Dim or low lighting can be gloomy, mysterious, or creepy in one interaction and context but serene, calm, or peaceful in other circumstances. Meanwhile, a garden exposed to the sun, with lightly coloured tables and chairs and a reflective stone patio, could hold a presence that is exciting, celebratory, or associative with certain geographical areas like the Mediterranean or Iberian Peninsula.

Of course, what the light touches, and what we touch, matters too. We can touch a garden bench, for example, but it will not be an effective element in the space unless it facilitates in achieving a certain atmosphere. It should act as delectable food for whatever senses it is meant to stimulate and guide the kind of interaction with the space that is desired. If the atmosphere is a relaxed and restful one, then the bench should be structured as comfortably as possible and located with respective consideration, near a fireplace if the climate is cold, and in the shade if the weather is mostly hot.

On a finer level, how does the bench really feel? What material is it made of and how is it treated? Does it have a rough texture to match the raw concrete of the side-path? Or is it smooth like the marble balustrade? These are both considerations for garden design and for contemplating the phenomena we experience – how material choice influences texture and tactility as well as visuals.

Light will pass differently through different tree canopies, depending on the colour of the leaves the light may be hued, and depending on the density of the branches the whole garden may be darker when the sun passes behind the collection of limbs. The shadows cast may form unique shapes on the garden’s surfaces that dance around in the breeze. When these tree-cast shadows reach indoor surfaces, we have a phenomenon that connects us with the nature right outside our window. Along with darkness and lightness, we also sense what is around us. A pergola overhead may not provide any physical shelter, but it gives the suggestion of protection, and that is enough to tempt us to linger underneath it.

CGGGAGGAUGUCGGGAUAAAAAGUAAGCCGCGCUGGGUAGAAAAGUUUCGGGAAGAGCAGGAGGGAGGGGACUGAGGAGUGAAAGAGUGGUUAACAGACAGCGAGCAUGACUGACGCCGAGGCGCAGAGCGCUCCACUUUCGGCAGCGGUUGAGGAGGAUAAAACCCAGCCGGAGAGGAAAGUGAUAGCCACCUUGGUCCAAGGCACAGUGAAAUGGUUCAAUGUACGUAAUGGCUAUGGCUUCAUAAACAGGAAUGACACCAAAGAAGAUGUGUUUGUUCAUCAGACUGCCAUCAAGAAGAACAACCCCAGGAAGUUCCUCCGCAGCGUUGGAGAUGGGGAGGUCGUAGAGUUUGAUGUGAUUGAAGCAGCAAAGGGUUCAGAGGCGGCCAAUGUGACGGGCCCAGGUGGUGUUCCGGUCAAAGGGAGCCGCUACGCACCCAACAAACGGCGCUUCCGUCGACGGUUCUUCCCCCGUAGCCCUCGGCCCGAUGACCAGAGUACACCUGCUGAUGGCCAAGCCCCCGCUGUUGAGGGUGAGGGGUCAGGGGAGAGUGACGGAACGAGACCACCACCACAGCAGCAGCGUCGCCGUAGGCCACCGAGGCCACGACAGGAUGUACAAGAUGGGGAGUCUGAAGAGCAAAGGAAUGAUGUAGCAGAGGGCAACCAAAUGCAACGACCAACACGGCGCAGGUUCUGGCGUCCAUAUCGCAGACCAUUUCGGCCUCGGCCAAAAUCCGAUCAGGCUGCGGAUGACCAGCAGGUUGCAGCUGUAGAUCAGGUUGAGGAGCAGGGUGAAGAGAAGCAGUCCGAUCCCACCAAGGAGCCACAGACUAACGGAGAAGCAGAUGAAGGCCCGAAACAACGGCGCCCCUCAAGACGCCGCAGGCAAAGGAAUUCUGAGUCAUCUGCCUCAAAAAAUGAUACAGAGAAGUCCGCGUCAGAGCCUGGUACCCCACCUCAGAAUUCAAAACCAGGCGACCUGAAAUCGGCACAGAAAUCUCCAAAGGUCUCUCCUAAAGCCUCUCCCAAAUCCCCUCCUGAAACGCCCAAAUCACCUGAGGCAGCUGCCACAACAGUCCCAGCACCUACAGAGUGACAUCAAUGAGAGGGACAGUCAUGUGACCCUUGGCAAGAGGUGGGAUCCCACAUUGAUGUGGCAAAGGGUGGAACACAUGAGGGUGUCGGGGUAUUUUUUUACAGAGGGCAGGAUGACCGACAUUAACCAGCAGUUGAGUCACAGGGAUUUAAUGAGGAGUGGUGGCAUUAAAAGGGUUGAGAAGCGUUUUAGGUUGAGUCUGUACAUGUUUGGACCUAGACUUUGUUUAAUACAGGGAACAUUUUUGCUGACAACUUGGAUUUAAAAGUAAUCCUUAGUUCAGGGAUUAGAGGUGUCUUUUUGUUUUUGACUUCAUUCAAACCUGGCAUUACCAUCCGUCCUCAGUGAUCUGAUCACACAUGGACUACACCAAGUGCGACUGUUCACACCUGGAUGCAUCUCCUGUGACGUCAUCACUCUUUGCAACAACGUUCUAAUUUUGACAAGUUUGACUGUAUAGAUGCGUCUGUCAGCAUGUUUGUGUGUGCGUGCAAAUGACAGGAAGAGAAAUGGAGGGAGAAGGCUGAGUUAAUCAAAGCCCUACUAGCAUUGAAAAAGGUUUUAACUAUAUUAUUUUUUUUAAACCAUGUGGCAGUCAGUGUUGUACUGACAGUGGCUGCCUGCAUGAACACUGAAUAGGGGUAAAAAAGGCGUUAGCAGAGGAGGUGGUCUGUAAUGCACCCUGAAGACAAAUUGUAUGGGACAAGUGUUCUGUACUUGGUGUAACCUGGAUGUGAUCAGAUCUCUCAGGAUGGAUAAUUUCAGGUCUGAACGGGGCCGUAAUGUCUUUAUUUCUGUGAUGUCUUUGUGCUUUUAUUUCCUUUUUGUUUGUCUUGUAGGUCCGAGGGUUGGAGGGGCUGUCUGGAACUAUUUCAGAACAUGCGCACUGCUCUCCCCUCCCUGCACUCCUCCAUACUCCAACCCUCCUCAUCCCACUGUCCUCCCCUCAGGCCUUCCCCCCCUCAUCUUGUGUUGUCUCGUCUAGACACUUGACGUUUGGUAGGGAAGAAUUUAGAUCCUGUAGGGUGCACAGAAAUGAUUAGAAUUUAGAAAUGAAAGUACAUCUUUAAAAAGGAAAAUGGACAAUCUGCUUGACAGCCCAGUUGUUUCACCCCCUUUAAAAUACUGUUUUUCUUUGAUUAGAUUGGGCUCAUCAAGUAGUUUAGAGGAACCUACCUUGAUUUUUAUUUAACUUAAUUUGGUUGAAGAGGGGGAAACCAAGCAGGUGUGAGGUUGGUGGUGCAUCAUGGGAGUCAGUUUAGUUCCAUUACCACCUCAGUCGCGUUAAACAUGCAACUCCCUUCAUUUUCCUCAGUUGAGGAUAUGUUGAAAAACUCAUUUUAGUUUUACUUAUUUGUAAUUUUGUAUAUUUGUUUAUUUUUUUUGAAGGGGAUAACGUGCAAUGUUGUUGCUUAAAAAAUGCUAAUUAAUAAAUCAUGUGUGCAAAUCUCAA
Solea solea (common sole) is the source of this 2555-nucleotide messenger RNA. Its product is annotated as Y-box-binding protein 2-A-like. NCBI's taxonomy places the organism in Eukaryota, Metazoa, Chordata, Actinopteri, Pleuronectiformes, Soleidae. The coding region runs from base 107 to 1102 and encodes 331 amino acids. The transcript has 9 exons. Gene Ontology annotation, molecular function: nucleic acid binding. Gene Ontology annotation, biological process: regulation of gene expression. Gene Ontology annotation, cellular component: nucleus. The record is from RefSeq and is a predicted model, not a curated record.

More than this, though, different leaves and bark vary to the touch and will carry a greater significance than, simply, what is rubbed between the fingertips. The rough bark of a hickory tree may discourage us from leaning against it to read our favourite book on a summer’s day, whereas a smooth beech tree may welcome us. This textural variable alone could influence the functions we use that element of the park or garden for, and, consequently, how we feel the presence of the whole.

Garden Design is for Human Situations – Beautiful Experiences

Zumthor believes that it is more important, when designing, to imagine human situations than to fantasise about spaces in some majestic fashion. Designer and design should be grounded by the potential lived experiences of those who will occupy a space. We should focus on those tangible aspects that will create the atmosphere(s). Gardens are spaces that are open to the infinite world of phenomena; within them, the possibilities for creating and encountering atmosphere abound. Simultaneous to this infinite potential is the grounded, everyday, and intimate perspective that we have on this kind of space.

By centring this idea of atmosphere, we have a philosophy of spatial design, be it for architecture or garden design, that understands how built and natural spaces should function practically whilst also existing for people to have beautiful experiences; spaces that stimulate the senses, allow our emotions to process their atmosphere, and gives us time to see what we think.